US 20040131191 A1 Abstract A method and apparatus are provided for generating a cryptographic key from multiple data sets each related to a respective association of a trusted party and user identity. The cryptographic key is, for example, one of an encryption key, a decryption key, a signature key and a verification key, and is preferably generated by applying Tate or Weil bilinear mappings to the data sets. At least two of the data sets may relate to different user identities and/or different trusted authorities. Where multiple trusted authorities are involved, these authorities may be associated with different elements to which the bilinear mapping can be applied, each trusted authority having an associated public key formed from its associated element and a secret of that trusted authority.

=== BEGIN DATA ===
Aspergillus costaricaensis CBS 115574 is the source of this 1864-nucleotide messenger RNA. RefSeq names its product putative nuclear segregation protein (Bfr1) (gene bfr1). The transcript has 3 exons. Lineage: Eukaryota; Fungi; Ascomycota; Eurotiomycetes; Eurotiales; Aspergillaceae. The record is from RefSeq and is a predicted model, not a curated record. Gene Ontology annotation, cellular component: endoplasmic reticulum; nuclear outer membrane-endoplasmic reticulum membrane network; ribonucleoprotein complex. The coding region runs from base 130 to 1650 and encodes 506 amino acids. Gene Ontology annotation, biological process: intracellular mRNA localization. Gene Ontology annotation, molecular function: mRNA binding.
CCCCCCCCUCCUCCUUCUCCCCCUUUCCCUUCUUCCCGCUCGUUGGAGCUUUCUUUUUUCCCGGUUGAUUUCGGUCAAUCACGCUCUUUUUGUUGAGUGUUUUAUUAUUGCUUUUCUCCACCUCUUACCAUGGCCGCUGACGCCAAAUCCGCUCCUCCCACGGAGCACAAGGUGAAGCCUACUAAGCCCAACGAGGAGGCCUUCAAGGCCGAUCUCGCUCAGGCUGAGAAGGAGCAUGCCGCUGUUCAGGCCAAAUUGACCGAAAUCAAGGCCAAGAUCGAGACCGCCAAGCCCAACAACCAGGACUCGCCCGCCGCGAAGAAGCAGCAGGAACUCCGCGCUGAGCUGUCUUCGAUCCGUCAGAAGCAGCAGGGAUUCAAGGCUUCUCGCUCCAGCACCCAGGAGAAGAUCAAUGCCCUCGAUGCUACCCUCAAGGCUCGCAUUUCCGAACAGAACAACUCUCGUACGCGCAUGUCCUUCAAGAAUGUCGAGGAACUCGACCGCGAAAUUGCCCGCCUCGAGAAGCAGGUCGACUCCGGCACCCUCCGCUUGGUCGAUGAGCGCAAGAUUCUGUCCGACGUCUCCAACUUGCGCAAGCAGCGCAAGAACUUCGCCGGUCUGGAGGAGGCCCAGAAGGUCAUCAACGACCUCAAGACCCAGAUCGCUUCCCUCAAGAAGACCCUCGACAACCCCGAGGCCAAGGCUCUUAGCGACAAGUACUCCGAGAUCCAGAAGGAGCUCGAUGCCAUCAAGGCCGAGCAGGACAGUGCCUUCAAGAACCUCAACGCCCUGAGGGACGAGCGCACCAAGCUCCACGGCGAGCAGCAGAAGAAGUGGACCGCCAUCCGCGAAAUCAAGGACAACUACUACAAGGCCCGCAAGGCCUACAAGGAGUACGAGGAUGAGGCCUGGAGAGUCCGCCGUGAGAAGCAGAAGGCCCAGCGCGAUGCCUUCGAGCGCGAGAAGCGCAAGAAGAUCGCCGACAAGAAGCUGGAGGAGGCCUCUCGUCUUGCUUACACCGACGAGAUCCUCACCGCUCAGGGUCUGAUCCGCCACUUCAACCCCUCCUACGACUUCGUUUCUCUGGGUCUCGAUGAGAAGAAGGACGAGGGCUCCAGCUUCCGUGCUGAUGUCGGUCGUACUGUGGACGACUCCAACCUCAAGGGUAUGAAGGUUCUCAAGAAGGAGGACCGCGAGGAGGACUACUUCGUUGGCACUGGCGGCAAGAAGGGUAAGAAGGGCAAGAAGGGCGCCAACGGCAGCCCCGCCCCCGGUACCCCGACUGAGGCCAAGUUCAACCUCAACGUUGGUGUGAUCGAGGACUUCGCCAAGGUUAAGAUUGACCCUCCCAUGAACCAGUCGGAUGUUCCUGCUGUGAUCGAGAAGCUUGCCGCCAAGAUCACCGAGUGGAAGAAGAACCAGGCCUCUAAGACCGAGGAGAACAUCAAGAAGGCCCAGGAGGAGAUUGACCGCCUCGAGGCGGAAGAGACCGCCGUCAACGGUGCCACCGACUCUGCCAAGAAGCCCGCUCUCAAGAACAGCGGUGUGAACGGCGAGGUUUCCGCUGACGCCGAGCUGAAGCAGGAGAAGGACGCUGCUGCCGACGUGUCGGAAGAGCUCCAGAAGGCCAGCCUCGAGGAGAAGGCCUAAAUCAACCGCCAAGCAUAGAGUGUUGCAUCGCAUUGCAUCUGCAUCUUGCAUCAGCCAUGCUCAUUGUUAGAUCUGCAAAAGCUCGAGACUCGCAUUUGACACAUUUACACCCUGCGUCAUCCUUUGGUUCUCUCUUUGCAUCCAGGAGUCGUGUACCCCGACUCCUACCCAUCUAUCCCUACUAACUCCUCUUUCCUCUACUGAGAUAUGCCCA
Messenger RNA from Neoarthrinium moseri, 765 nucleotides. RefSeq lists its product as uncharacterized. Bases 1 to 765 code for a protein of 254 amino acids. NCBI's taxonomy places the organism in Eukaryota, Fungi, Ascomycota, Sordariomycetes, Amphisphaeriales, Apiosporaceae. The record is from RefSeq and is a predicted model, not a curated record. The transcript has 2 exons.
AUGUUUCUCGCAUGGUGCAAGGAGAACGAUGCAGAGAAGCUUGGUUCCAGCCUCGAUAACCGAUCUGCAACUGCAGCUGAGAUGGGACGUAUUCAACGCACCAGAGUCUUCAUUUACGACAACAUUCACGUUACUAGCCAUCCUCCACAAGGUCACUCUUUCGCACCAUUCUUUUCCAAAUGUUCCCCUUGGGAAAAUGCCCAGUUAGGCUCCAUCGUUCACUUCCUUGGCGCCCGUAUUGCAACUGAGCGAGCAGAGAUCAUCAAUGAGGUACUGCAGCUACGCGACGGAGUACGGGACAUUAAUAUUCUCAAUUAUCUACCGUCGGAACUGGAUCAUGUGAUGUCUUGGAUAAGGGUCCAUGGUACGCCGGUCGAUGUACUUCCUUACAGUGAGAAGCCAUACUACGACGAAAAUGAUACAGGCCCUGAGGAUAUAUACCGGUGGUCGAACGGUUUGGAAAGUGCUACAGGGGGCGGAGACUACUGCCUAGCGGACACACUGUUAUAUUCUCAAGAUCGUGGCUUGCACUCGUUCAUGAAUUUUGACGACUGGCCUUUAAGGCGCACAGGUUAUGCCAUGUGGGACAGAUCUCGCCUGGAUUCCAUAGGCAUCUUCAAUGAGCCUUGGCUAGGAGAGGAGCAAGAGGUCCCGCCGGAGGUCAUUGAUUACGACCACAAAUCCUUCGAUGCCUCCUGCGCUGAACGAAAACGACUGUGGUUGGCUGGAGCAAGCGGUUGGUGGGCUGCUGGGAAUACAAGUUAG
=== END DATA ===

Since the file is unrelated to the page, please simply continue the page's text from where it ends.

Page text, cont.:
Claims(49) 1. Computer apparatus comprising a processor arranged to generating a cryptographic key using a first data set that corresponds to a first identifier, a second data set that corresponds to a first trusted party's public key, a third data set that corresponds to a second identifier and a fourth data set corresponds to a second trusted party's public key. 2. Computer apparatus according to 3. Computer apparatus according to 4. Computer apparatus according to 5. Computer apparatus according to 6. Computer apparatus according to 7. Computer apparatus according to 8. Computer apparatus according to 9. Computer apparatus according to 10. Computer apparatus according to 11. Computer apparatus according to 8, wherein the processor is arranged form said encryption key using a bilinear pairing operating on the first and second data sets and the third and fourth data sets. 12. Computer apparatus according to 13. Computer apparatus according to 14. Computer apparatus according to 15. Computer apparatus according to 16. Computer apparatus according to 17. Computer apparatus according to 18. Computer apparatus according to 19. Computer apparatus according to claims 16, wherein the processor is arranged to form the signature key using a bilinear pairing operating on the first and second data sets and the third and fourth data sets. 20. Computer apparatus according to 21. Computer apparatus according to 22. Computer apparatus according to 23. Computer apparatus according to 24. Computer apparatus according to 25. A method comprising generating a cryptographic key using a first data set that corresponds to a first identifier, a second data set corresponds to a first trusted party's public key, a third data set that corresponds to a second identifier and a fourth data set that corresponds to a second trusted party's public key. 26. A method according to 27. A method according to 28. A computer system comprising a first computer entity arranged to generate a first data set that corresponds to a first trusted party's public key; a second computer entity arranged to generate a second data set that corresponds to a second trusted party's public key; and a third computer entity arranged to generate a cryptographic key using a first identifier in conjunction with the first data set and a second identifier in conjunction with the second data set. 29. A computer system according to 30. A computer system according to 31. A computer system according to 32. A computer system according to 33. A computer system according to 34. A method of generating a cryptographic key wherein a bilinear mapping function is used to process multiple data sets each comprising data related to a respective association of trusted authority and user identity. 35. A method according to 36. A method according to 37. A method according to 38. A method according to 39. A method according to 40. A method according to 41. A method according to 42. A method according to 43. A computer program product arranged, when installed in computing apparatus, to condition the apparatus for generating a cryptographic key by using a bilinear mapping function to process multiple data sets each comprising data related to a respective association of trusted authority and user identity. 44. A method according to Π